An econometric investigation into the role of risk and expectations with special reference to store livestock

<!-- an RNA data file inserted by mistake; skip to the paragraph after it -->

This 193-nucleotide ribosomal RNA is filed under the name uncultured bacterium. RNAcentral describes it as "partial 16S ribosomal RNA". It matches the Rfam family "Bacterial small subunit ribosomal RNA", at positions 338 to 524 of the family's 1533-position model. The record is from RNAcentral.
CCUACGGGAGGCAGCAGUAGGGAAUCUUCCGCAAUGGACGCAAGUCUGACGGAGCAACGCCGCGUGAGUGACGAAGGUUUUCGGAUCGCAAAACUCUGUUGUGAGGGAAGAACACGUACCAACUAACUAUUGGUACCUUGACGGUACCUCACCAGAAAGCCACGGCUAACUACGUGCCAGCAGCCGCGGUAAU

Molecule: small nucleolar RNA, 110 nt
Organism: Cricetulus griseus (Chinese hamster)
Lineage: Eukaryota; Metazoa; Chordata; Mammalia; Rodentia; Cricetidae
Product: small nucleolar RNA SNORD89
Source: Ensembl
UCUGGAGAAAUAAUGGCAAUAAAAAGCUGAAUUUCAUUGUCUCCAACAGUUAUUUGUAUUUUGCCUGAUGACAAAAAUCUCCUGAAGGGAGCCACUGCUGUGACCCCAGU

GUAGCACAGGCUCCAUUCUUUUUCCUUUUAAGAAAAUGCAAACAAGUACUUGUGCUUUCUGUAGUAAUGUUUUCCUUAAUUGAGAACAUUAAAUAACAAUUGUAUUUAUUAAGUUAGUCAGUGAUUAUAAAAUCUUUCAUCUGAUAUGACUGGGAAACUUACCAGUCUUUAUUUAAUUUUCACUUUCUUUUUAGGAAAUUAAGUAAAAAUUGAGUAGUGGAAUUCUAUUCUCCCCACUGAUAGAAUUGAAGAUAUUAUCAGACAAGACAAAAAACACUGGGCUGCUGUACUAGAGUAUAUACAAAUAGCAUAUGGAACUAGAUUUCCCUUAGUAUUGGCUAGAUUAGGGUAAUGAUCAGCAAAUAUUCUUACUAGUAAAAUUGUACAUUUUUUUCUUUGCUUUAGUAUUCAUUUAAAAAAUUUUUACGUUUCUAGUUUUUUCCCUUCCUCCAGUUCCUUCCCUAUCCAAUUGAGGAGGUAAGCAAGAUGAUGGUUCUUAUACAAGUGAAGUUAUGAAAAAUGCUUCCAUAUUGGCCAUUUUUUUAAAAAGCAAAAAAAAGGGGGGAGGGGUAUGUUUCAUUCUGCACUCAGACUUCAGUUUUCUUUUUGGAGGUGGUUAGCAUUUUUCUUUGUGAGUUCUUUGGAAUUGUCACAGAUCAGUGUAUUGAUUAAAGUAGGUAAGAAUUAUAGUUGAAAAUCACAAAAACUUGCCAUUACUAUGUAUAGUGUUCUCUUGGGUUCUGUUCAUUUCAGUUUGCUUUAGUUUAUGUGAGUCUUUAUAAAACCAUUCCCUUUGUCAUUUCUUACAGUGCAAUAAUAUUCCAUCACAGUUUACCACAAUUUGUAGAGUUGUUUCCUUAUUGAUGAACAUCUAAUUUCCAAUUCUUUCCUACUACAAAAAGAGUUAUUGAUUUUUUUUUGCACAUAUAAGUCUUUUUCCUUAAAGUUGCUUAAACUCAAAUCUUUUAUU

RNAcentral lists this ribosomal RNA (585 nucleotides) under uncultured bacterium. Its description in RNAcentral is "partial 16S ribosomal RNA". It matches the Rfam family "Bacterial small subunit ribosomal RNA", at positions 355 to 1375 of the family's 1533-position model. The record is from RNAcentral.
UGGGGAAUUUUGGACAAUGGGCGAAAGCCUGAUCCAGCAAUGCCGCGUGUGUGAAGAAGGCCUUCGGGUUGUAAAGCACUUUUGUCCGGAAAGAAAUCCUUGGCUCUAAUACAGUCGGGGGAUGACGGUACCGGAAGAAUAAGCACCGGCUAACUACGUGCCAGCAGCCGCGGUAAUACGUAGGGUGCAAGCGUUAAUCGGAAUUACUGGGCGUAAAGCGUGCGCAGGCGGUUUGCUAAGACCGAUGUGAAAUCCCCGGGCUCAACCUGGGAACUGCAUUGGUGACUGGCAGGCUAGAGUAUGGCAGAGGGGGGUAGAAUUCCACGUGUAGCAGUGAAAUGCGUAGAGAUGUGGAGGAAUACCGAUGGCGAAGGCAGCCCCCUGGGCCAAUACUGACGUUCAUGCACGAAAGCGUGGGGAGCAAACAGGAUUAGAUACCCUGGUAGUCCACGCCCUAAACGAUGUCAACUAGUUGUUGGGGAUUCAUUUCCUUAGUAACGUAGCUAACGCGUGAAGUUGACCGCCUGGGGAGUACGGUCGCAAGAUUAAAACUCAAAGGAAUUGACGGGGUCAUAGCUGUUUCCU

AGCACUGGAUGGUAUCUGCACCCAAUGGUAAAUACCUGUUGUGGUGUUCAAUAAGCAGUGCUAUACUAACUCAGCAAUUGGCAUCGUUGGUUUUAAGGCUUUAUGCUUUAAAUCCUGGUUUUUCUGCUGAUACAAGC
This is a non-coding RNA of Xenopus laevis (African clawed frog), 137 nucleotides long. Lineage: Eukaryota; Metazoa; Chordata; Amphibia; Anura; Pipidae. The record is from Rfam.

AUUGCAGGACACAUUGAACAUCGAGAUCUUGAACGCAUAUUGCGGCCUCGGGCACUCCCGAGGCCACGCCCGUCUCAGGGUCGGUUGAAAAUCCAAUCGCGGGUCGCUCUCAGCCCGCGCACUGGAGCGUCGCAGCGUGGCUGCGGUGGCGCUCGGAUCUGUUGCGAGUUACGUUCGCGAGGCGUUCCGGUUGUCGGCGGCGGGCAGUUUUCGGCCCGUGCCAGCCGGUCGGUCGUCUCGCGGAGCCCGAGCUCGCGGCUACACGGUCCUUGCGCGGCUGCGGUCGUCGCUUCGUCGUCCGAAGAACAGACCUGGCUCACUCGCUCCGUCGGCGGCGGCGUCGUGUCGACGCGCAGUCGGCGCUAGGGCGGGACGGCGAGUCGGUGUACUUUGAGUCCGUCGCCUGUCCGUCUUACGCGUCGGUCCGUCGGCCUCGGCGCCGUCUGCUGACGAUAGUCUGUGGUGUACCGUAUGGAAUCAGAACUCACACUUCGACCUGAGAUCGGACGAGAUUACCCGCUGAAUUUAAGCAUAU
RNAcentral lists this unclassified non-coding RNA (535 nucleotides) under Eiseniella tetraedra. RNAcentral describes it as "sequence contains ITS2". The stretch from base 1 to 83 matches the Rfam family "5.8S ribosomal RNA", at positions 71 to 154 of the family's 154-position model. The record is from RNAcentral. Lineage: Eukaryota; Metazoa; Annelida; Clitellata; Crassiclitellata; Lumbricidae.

The role of expectations theory and risk perception is examined in relation to the structure of store livestock markets in England and Wales. Economic and biological features of store production are identified in the beef, dairy, pigs and sheep sectors. The axiomatic base of risk theory is examined and the Expected Utility approach of defining risk is adopted. Allied to the analysis of risk is the role of expectations in store markets. Two major expectations hypotheses are employed which act as a second, and parallel, research investigation to risk in the store markets: Adaptive and Rational Expectations are chosen. The assumptions and modelling approaches that underlie the analysis are outlinedo This then provides a framework in which the influences of risk and expectations are examined. An ex post analysis of grazing risk is undertaken. Farmers typically underutilise grazing resources, possibly as a result of the greater risks involved in feeding ruminant stock in this way. It is shown that grassland production, on average, can be intensified without incurring additional risk in terms of more variable output. The temporal structure of store livestock demand is then investigated on ex ante grounds with subjective risk defined on the basis of the Adaptive Expectations rule. Significant risk responses were found in the store steer, heifer and pig sectors. The demand analysis is then generalised to a full simultaneous and recursive model employing the Rational Expectations hypothesis, The implications of the solution procedure are outlined and the results indicate that risk perception associated with store demand in the pigs market and both store supply and demand in the sheep market are important features of trading. The results of using two different expectations models are then compared. General conclusions are drawn and the overall influence of risk in the store markets is assessed.